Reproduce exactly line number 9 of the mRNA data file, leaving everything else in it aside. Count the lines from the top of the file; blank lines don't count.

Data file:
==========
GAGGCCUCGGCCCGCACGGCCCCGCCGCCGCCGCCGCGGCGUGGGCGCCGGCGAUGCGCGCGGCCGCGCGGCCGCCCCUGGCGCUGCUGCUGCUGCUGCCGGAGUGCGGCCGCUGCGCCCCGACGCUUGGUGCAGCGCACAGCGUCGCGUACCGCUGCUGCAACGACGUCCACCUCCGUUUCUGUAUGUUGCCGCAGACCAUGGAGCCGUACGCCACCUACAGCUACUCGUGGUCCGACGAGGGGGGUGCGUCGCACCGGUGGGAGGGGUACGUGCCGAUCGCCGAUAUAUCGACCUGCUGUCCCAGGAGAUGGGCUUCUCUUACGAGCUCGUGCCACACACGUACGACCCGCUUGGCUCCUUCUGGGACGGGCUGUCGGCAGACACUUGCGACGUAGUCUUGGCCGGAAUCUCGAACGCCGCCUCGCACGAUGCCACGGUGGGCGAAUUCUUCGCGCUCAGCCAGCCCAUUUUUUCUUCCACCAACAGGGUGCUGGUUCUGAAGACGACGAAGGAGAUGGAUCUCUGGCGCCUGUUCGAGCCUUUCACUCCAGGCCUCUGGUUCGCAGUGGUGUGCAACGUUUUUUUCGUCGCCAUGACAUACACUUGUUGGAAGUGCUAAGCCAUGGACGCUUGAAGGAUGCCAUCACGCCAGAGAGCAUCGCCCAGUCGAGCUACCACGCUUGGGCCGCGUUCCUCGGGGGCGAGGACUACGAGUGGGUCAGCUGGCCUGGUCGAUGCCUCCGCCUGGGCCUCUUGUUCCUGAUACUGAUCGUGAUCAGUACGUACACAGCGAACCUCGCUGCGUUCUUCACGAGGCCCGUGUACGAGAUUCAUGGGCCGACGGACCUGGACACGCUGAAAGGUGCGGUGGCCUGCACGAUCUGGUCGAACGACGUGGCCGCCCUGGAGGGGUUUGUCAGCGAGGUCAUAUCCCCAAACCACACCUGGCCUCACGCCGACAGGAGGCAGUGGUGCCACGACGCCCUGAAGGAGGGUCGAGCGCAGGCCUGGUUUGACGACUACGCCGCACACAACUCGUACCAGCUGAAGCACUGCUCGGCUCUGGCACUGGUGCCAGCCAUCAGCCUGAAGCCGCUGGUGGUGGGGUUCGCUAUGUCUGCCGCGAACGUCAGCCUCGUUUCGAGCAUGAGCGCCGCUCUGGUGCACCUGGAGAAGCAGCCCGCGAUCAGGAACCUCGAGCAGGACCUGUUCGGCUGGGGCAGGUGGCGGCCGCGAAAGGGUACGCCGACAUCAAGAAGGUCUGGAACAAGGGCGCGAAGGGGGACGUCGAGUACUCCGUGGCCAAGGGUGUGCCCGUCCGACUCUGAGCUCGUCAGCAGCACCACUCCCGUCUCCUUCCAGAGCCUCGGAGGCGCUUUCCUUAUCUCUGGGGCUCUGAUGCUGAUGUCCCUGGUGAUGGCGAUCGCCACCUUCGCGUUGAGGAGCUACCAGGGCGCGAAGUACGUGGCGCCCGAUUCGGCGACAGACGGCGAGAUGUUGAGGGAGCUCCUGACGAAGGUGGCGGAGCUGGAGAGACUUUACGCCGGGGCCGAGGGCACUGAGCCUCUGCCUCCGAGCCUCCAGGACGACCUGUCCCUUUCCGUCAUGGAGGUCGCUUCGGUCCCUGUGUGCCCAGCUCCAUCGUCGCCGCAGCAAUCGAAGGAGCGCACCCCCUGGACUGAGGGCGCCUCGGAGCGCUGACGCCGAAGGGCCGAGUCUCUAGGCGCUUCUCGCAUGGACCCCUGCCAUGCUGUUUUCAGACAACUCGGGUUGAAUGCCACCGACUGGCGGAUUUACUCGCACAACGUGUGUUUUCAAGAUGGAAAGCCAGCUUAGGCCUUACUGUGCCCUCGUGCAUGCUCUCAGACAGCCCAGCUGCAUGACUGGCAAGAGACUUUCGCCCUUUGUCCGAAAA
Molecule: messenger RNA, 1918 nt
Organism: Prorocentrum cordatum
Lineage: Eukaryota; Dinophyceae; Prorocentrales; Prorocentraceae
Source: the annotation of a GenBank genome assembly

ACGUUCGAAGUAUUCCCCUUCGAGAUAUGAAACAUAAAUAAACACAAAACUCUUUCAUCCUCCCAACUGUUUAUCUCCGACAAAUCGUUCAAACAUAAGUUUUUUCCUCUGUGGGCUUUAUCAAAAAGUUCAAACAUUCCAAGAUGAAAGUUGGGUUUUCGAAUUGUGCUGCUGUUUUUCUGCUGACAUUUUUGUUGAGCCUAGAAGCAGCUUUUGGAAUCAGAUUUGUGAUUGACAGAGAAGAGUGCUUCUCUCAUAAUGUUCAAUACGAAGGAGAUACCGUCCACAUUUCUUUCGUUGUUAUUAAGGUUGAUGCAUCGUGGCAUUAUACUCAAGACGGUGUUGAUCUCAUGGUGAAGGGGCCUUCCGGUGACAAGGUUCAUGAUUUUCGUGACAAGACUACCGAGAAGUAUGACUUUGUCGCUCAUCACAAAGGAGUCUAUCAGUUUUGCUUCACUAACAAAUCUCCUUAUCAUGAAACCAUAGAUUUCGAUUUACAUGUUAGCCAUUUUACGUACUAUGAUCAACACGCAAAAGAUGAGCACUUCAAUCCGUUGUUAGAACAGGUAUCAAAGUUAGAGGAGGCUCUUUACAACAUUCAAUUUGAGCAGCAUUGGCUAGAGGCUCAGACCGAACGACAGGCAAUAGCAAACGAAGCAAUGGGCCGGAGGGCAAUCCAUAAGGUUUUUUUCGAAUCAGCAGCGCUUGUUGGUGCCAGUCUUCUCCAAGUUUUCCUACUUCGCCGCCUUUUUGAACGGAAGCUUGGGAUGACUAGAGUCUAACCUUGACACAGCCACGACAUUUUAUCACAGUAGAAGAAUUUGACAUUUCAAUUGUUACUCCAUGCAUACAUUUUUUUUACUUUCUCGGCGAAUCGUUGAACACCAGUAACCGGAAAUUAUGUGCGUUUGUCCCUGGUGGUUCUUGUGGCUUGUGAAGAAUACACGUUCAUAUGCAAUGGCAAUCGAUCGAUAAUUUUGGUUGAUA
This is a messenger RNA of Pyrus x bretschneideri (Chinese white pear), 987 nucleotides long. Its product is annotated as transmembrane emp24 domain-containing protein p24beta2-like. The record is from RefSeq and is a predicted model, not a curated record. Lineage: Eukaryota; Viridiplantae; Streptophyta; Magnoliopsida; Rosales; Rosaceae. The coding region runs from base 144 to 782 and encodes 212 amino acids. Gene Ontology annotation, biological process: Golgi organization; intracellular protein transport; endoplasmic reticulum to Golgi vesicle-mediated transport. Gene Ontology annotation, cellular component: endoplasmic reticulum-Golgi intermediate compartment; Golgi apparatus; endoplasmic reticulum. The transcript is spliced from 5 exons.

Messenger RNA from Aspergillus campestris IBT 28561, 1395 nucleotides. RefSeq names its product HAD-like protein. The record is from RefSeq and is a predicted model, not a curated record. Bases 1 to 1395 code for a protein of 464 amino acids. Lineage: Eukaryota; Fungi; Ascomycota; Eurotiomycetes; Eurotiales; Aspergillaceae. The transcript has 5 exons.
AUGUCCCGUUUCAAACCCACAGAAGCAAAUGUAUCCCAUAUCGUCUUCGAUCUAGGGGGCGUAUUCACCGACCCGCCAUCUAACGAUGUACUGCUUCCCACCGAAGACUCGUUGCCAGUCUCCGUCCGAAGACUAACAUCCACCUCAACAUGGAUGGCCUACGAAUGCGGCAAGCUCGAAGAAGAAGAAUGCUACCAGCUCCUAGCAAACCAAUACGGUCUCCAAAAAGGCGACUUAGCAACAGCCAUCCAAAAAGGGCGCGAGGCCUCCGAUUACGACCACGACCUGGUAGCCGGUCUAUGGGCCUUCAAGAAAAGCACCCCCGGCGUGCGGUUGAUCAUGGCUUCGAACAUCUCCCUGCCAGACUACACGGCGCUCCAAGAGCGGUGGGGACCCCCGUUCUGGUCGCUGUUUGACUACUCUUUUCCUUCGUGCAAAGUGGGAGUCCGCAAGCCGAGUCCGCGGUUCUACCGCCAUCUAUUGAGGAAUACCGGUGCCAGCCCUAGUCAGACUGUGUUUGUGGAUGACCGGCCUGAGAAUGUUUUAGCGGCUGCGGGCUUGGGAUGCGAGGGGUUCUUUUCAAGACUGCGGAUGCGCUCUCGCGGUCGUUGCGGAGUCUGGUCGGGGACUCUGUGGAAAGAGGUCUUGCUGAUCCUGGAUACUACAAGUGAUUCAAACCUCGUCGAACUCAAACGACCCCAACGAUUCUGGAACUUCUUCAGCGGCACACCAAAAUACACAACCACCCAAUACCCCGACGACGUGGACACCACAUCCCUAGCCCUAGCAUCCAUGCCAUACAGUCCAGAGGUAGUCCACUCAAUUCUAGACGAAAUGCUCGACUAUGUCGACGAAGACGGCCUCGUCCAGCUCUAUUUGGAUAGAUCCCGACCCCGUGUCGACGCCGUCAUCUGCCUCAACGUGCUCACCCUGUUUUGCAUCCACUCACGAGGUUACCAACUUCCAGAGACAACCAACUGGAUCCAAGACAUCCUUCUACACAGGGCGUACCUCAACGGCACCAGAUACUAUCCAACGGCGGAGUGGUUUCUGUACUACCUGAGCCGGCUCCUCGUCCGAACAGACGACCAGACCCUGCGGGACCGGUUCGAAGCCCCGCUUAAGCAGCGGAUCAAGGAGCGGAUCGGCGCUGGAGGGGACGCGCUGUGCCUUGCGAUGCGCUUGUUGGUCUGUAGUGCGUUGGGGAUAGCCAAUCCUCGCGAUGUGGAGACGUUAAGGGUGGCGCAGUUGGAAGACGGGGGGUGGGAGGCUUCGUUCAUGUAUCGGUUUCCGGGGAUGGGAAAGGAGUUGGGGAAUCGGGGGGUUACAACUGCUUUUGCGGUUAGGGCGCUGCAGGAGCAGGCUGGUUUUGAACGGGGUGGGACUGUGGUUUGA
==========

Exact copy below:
AUGUCCCGUUUCAAACCCACAGAAGCAAAUGUAUCCCAUAUCGUCUUCGAUCUAGGGGGCGUAUUCACCGACCCGCCAUCUAACGAUGUACUGCUUCCCACCGAAGACUCGUUGCCAGUCUCCGUCCGAAGACUAACAUCCACCUCAACAUGGAUGGCCUACGAAUGCGGCAAGCUCGAAGAAGAAGAAUGCUACCAGCUCCUAGCAAACCAAUACGGUCUCCAAAAAGGCGACUUAGCAACAGCCAUCCAAAAAGGGCGCGAGGCCUCCGAUUACGACCACGACCUGGUAGCCGGUCUAUGGGCCUUCAAGAAAAGCACCCCCGGCGUGCGGUUGAUCAUGGCUUCGAACAUCUCCCUGCCAGACUACACGGCGCUCCAAGAGCGGUGGGGACCCCCGUUCUGGUCGCUGUUUGACUACUCUUUUCCUUCGUGCAAAGUGGGAGUCCGCAAGCCGAGUCCGCGGUUCUACCGCCAUCUAUUGAGGAAUACCGGUGCCAGCCCUAGUCAGACUGUGUUUGUGGAUGACCGGCCUGAGAAUGUUUUAGCGGCUGCGGGCUUGGGAUGCGAGGGGUUCUUUUCAAGACUGCGGAUGCGCUCUCGCGGUCGUUGCGGAGUCUGGUCGGGGACUCUGUGGAAAGAGGUCUUGCUGAUCCUGGAUACUACAAGUGAUUCAAACCUCGUCGAACUCAAACGACCCCAACGAUUCUGGAACUUCUUCAGCGGCACACCAAAAUACACAACCACCCAAUACCCCGACGACGUGGACACCACAUCCCUAGCCCUAGCAUCCAUGCCAUACAGUCCAGAGGUAGUCCACUCAAUUCUAGACGAAAUGCUCGACUAUGUCGACGAAGACGGCCUCGUCCAGCUCUAUUUGGAUAGAUCCCGACCCCGUGUCGACGCCGUCAUCUGCCUCAACGUGCUCACCCUGUUUUGCAUCCACUCACGAGGUUACCAACUUCCAGAGACAACCAACUGGAUCCAAGACAUCCUUCUACACAGGGCGUACCUCAACGGCACCAGAUACUAUCCAACGGCGGAGUGGUUUCUGUACUACCUGAGCCGGCUCCUCGUCCGAACAGACGACCAGACCCUGCGGGACCGGUUCGAAGCCCCGCUUAAGCAGCGGAUCAAGGAGCGGAUCGGCGCUGGAGGGGACGCGCUGUGCCUUGCGAUGCGCUUGUUGGUCUGUAGUGCGUUGGGGAUAGCCAAUCCUCGCGAUGUGGAGACGUUAAGGGUGGCGCAGUUGGAAGACGGGGGGUGGGAGGCUUCGUUCAUGUAUCGGUUUCCGGGGAUGGGAAAGGAGUUGGGGAAUCGGGGGGUUACAACUGCUUUUGCGGUUAGGGCGCUGCAGGAGCAGGCUGGUUUUGAACGGGGUGGGACUGUGGUUUGA